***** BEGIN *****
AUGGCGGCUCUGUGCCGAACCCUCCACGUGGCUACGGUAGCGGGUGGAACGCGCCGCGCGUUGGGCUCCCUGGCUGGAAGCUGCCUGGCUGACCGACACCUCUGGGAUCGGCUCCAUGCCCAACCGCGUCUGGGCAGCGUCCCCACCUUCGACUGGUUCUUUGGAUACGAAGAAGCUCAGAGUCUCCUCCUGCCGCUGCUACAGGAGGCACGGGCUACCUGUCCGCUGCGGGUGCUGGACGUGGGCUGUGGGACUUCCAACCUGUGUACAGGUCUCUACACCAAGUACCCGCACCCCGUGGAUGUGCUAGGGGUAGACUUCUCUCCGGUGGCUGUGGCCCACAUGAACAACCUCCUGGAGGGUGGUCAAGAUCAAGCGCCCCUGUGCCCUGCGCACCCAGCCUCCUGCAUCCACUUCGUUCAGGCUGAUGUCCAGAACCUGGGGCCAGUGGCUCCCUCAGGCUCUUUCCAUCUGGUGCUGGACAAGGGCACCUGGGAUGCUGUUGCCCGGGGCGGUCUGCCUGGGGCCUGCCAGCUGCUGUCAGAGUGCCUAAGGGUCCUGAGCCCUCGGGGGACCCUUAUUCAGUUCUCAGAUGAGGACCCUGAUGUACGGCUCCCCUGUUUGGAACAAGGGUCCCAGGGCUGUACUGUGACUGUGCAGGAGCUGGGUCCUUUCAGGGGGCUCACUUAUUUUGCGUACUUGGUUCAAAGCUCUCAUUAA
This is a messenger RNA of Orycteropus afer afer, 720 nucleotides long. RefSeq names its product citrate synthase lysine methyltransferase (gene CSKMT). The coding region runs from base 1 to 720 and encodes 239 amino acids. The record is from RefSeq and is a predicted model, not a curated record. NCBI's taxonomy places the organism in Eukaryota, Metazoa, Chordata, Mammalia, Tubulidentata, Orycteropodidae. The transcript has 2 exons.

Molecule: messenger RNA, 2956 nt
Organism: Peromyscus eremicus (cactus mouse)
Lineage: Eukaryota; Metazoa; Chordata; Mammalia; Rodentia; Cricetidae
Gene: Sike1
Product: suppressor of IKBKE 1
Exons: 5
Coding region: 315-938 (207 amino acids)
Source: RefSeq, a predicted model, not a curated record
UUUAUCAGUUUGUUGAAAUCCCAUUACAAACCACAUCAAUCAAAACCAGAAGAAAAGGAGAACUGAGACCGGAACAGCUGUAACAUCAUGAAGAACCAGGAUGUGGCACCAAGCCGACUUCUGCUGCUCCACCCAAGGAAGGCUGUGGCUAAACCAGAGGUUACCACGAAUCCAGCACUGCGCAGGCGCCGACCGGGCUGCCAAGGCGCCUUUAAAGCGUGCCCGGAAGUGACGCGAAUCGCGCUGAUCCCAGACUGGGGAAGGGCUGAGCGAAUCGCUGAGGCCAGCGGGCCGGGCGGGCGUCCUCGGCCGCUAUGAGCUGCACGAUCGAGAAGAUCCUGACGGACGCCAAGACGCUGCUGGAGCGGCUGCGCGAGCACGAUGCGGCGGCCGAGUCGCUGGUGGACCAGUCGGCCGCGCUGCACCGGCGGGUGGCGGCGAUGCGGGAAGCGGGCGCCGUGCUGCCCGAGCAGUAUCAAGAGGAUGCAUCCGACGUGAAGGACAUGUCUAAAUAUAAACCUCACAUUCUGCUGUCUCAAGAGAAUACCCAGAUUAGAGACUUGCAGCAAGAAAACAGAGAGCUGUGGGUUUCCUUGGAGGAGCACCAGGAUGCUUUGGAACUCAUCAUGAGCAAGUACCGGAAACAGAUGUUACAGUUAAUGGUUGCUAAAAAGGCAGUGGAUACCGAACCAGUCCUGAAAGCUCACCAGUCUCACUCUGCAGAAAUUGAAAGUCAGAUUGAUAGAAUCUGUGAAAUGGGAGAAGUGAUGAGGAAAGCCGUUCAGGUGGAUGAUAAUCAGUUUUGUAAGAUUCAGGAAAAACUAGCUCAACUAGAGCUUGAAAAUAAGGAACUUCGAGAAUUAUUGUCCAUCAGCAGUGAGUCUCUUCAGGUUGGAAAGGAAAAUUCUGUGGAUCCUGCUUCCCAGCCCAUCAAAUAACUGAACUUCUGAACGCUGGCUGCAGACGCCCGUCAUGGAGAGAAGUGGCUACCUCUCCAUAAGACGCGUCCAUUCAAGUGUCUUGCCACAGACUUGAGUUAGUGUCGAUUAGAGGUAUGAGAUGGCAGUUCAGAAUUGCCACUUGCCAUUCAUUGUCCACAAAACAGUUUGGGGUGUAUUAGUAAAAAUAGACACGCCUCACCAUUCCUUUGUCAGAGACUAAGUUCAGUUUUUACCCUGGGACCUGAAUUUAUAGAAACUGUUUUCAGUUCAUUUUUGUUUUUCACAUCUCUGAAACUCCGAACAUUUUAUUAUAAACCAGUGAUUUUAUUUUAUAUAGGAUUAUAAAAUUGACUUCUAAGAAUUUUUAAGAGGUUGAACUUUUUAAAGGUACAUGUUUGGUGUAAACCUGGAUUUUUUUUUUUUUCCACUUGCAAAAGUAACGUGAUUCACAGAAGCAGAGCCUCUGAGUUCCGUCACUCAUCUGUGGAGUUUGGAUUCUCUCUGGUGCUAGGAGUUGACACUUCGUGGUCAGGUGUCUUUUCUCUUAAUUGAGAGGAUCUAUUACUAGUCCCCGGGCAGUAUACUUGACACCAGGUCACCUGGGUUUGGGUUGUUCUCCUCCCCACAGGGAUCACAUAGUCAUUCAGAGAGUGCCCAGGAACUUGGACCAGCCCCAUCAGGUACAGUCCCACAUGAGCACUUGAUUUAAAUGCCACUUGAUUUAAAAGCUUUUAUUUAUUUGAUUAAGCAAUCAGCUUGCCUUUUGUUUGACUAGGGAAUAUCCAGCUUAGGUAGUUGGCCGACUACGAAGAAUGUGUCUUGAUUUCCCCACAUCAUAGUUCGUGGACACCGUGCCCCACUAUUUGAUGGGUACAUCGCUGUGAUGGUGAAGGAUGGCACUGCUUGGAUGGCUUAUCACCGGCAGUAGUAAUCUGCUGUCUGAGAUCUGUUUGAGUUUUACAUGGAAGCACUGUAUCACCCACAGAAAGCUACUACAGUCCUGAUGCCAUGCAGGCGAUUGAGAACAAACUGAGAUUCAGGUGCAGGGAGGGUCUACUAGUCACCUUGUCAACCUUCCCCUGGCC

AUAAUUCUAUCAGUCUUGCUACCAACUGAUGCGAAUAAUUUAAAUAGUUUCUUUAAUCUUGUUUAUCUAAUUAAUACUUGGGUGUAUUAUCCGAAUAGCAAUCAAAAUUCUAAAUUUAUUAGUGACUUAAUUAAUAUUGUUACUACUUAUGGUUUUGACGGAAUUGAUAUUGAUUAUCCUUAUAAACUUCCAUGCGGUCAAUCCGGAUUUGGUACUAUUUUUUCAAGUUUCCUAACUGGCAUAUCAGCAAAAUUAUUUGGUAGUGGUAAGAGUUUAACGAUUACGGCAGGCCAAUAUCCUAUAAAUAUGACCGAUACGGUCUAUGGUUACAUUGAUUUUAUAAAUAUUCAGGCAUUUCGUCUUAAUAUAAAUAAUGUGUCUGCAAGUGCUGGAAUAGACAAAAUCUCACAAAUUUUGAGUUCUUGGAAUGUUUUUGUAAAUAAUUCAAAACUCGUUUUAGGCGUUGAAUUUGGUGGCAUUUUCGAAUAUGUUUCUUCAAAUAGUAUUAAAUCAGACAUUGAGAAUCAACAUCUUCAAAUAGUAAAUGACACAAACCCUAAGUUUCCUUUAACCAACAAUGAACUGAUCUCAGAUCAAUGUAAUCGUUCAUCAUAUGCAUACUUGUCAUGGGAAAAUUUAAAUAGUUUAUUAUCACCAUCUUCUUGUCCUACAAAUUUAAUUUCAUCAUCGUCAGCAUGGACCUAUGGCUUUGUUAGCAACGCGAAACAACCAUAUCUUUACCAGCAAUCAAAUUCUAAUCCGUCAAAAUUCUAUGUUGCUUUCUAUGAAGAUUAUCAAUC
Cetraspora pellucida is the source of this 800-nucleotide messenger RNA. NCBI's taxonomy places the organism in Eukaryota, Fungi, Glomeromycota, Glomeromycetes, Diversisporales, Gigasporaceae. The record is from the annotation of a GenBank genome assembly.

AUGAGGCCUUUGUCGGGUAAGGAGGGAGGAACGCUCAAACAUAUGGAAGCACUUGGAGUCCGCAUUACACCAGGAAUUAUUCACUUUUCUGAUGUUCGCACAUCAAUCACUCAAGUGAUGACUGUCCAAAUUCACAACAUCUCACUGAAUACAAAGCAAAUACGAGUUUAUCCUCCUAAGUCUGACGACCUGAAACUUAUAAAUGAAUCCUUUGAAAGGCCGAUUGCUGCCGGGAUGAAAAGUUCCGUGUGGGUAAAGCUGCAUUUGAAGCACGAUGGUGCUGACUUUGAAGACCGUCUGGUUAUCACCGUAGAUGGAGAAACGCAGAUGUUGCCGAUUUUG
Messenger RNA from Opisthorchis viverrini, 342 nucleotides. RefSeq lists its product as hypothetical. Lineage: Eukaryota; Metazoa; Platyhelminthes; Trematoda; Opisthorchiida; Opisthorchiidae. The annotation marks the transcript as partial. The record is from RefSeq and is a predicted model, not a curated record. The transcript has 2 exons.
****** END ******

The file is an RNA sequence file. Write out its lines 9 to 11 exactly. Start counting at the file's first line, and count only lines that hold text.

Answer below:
Coding region: 315-938 (207 amino acids)
Source: RefSeq, a predicted model, not a curated record
UUUAUCAGUUUGUUGAAAUCCCAUUACAAACCACAUCAAUCAAAACCAGAAGAAAAGGAGAACUGAGACCGGAACAGCUGUAACAUCAUGAAGAACCAGGAUGUGGCACCAAGCCGACUUCUGCUGCUCCACCCAAGGAAGGCUGUGGCUAAACCAGAGGUUACCACGAAUCCAGCACUGCGCAGGCGCCGACCGGGCUGCCAAGGCGCCUUUAAAGCGUGCCCGGAAGUGACGCGAAUCGCGCUGAUCCCAGACUGGGGAAGGGCUGAGCGAAUCGCUGAGGCCAGCGGGCCGGGCGGGCGUCCUCGGCCGCUAUGAGCUGCACGAUCGAGAAGAUCCUGACGGACGCCAAGACGCUGCUGGAGCGGCUGCGCGAGCACGAUGCGGCGGCCGAGUCGCUGGUGGACCAGUCGGCCGCGCUGCACCGGCGGGUGGCGGCGAUGCGGGAAGCGGGCGCCGUGCUGCCCGAGCAGUAUCAAGAGGAUGCAUCCGACGUGAAGGACAUGUCUAAAUAUAAACCUCACAUUCUGCUGUCUCAAGAGAAUACCCAGAUUAGAGACUUGCAGCAAGAAAACAGAGAGCUGUGGGUUUCCUUGGAGGAGCACCAGGAUGCUUUGGAACUCAUCAUGAGCAAGUACCGGAAACAGAUGUUACAGUUAAUGGUUGCUAAAAAGGCAGUGGAUACCGAACCAGUCCUGAAAGCUCACCAGUCUCACUCUGCAGAAAUUGAAAGUCAGAUUGAUAGAAUCUGUGAAAUGGGAGAAGUGAUGAGGAAAGCCGUUCAGGUGGAUGAUAAUCAGUUUUGUAAGAUUCAGGAAAAACUAGCUCAACUAGAGCUUGAAAAUAAGGAACUUCGAGAAUUAUUGUCCAUCAGCAGUGAGUCUCUUCAGGUUGGAAAGGAAAAUUCUGUGGAUCCUGCUUCCCAGCCCAUCAAAUAACUGAACUUCUGAACGCUGGCUGCAGACGCCCGUCAUGGAGAGAAGUGGCUACCUCUCCAUAAGACGCGUCCAUUCAAGUGUCUUGCCACAGACUUGAGUUAGUGUCGAUUAGAGGUAUGAGAUGGCAGUUCAGAAUUGCCACUUGCCAUUCAUUGUCCACAAAACAGUUUGGGGUGUAUUAGUAAAAAUAGACACGCCUCACCAUUCCUUUGUCAGAGACUAAGUUCAGUUUUUACCCUGGGACCUGAAUUUAUAGAAACUGUUUUCAGUUCAUUUUUGUUUUUCACAUCUCUGAAACUCCGAACAUUUUAUUAUAAACCAGUGAUUUUAUUUUAUAUAGGAUUAUAAAAUUGACUUCUAAGAAUUUUUAAGAGGUUGAACUUUUUAAAGGUACAUGUUUGGUGUAAACCUGGAUUUUUUUUUUUUUCCACUUGCAAAAGUAACGUGAUUCACAGAAGCAGAGCCUCUGAGUUCCGUCACUCAUCUGUGGAGUUUGGAUUCUCUCUGGUGCUAGGAGUUGACACUUCGUGGUCAGGUGUCUUUUCUCUUAAUUGAGAGGAUCUAUUACUAGUCCCCGGGCAGUAUACUUGACACCAGGUCACCUGGGUUUGGGUUGUUCUCCUCCCCACAGGGAUCACAUAGUCAUUCAGAGAGUGCCCAGGAACUUGGACCAGCCCCAUCAGGUACAGUCCCACAUGAGCACUUGAUUUAAAUGCCACUUGAUUUAAAAGCUUUUAUUUAUUUGAUUAAGCAAUCAGCUUGCCUUUUGUUUGACUAGGGAAUAUCCAGCUUAGGUAGUUGGCCGACUACGAAGAAUGUGUCUUGAUUUCCCCACAUCAUAGUUCGUGGACACCGUGCCCCACUAUUUGAUGGGUACAUCGCUGUGAUGGUGAAGGAUGGCACUGCUUGGAUGGCUUAUCACCGGCAGUAGUAAUCUGCUGUCUGAGAUCUGUUUGAGUUUUACAUGGAAGCACUGUAUCACCCACAGAAAGCUACUACAGUCCUGAUGCCAUGCAGGCGAUUGAGAACAAACUGAGAUUCAGGUGCAGGGAGGGUCUACUAGUCACCUUGUCAACCUUCCCCUGGCC